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Should You Be Taking Fish Oil? What a Cardiologist Tells His Patients

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R. Todd Hurst, MD, FACC, FASE - Blogs
By R. Todd Hurst, MD, FACCBoard-certified cardiologistMay 4, 2018

“Should I take fish oil?” The question came from Karen, a patient of mine, who suffered a heart attack 3 months ago.

Karen is doing very well. She is participating in cardiac rehabilitation, taking her medications and her cholesterol numbers are great, but she wonders if there is anything else she should be doing.

As a cardiologist, my patients ask me frequently about fish oil supplements. And just like Karen, those patients want to do everything they can to keep their heart healthy and have heard that fish oil supplements are good idea.

It’s a simple question, but the answer is anything but simple. Whether fish oil supplements are beneficial or not has become quite controversial in recent years, and for me, like many physicians, the recommendation I give today isn’t the same as the one that I gave 10 years ago.

Are Fish Oil Supplements Good for Your Heart?

The story of fish oil and heart health started with the observation that several populations (like the Inuit in arctic regions) who had a high intake of fatty fish also had low rates of heart attack and stroke. Since these diets are high in polyunsaturated fats, or omega-3 fatty acids, this led to the hypothesis that these fats may be good for heart health.

In the late 1990’s, a large Italian study (called the GISSI study) showed that heart attack survivors randomly assigned to polyunsaturated fatty acids (omega-3 or “fish oil”) supplements had a reduction in death, heart attack, and stroke compared to those who did not take the supplement. This prompted the American Heart Association to recommend fish oil supplements to patients with heart disease, and many cardiologists followed suit. It wasn’t long before the benefits of fish oil were being touted even for people without heart disease.

Fish oil seemed to be a new miracle supplement that just about everyone should be taking.

But like many things, fish oil wasn’t as straightforward as it seemed at first. Several subsequent, more rigorous studies failed to show a heart benefit from fish oil supplements.

What Does the Evidence Say?

Medicine prides itself on being “evidence-based”. In the best of circumstances, this means our recommendations and treatments have been vigorously tested in well-designed scientific studies and have proven and reproducible benefits.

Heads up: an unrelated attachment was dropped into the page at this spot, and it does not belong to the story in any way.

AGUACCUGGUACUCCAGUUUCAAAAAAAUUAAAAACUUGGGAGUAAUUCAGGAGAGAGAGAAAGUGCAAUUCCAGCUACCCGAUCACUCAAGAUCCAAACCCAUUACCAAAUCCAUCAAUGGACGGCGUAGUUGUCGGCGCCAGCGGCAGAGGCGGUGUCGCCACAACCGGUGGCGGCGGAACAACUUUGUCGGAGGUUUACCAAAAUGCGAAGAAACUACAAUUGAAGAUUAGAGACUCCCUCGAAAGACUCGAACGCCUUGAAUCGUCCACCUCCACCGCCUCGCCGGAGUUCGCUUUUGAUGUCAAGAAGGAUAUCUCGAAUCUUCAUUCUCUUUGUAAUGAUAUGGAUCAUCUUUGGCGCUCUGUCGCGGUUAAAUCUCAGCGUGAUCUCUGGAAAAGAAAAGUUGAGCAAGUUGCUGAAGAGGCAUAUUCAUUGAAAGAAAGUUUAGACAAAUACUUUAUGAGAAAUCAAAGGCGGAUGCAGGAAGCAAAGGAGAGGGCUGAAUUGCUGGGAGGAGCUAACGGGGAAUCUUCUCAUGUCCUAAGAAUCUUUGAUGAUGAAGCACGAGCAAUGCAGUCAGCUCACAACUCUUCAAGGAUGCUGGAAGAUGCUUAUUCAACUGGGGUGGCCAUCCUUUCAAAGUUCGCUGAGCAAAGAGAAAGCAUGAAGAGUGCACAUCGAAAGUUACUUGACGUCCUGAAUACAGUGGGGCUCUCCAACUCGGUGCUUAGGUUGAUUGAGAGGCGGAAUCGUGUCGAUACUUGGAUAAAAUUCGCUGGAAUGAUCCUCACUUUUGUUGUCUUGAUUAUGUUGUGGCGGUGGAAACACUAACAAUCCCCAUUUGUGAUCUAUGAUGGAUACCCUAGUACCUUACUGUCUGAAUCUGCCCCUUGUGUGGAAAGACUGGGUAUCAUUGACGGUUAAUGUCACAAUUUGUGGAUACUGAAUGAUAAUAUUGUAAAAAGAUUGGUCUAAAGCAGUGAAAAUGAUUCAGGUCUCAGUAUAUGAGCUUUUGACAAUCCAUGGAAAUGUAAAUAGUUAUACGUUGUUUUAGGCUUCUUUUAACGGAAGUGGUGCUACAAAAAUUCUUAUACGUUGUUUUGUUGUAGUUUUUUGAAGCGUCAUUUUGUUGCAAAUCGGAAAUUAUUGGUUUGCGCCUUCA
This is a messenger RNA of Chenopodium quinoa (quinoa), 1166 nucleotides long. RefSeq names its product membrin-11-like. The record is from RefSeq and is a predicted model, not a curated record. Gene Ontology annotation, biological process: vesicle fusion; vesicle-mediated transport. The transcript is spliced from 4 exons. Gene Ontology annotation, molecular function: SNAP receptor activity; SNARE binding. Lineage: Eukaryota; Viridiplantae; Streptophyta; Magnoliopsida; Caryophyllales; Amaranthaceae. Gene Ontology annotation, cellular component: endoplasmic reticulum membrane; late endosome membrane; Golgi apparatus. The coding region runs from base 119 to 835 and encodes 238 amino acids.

Evidence-based medicine works well when the evidence mostly points to the same conclusion, but what should we do when there are mixed results? When some studies show a benefit, but others do not? Typically, this is a situation where the “truth” depends on your viewpoint. Some will look at the evidence and see a stronger case for benefit. Others will not.

One commonly used strategy to decide a question where several trials have shown mixed results is to combine all of the trials into one study, which is called a meta-analysis. The idea is that by combining the data, we may be able to better decide which is the correct answer.

Interestingly, there have been 2 meta-analyses in the last year for fish oil supplementation. One study showed a small benefit. The other study did not.

Should I Take Fish Oil?

Back to my patient’s original question, the answer she gets likely depends on who she asks.

Here is what I tell my patients about fish oil supplements.

1. If there is a benefit to fish oil supplements, it is likely small.
2. A much better way to get omega-3 fatty acids is to eat fatty fish such as sardines, herring, albacore tuna and salmon among others. The American Heart Association recommends fish (particularly fatty fish) at least twice a week.
3. If you do decide to take a fish oil supplement, find a high-quality supplement manufactured from a reputable company.

The bottom line: I don’t recommend fish oil supplements to my patients, and I don’t take them myself. My belief is that we haven’t figured out how to get the magic ingredients of healthy food into a pill yet, but I understand that others will look at the data and come to a different conclusion.

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About the Author
R. Todd Hurst, MD, FACC

R. Todd Hurst, MD, FACC, FASE, is a board-certified cardiologist, director of the Center for Cardiovascular Health at Banner – University Medicine Heart Institute, and associate professor of medicine at the University of Arizona. He has written more than 50 publications in peer-reviewed journals and regularly speaks nationally and internationally at medical meetings, primarily on the prevention of heart disease.

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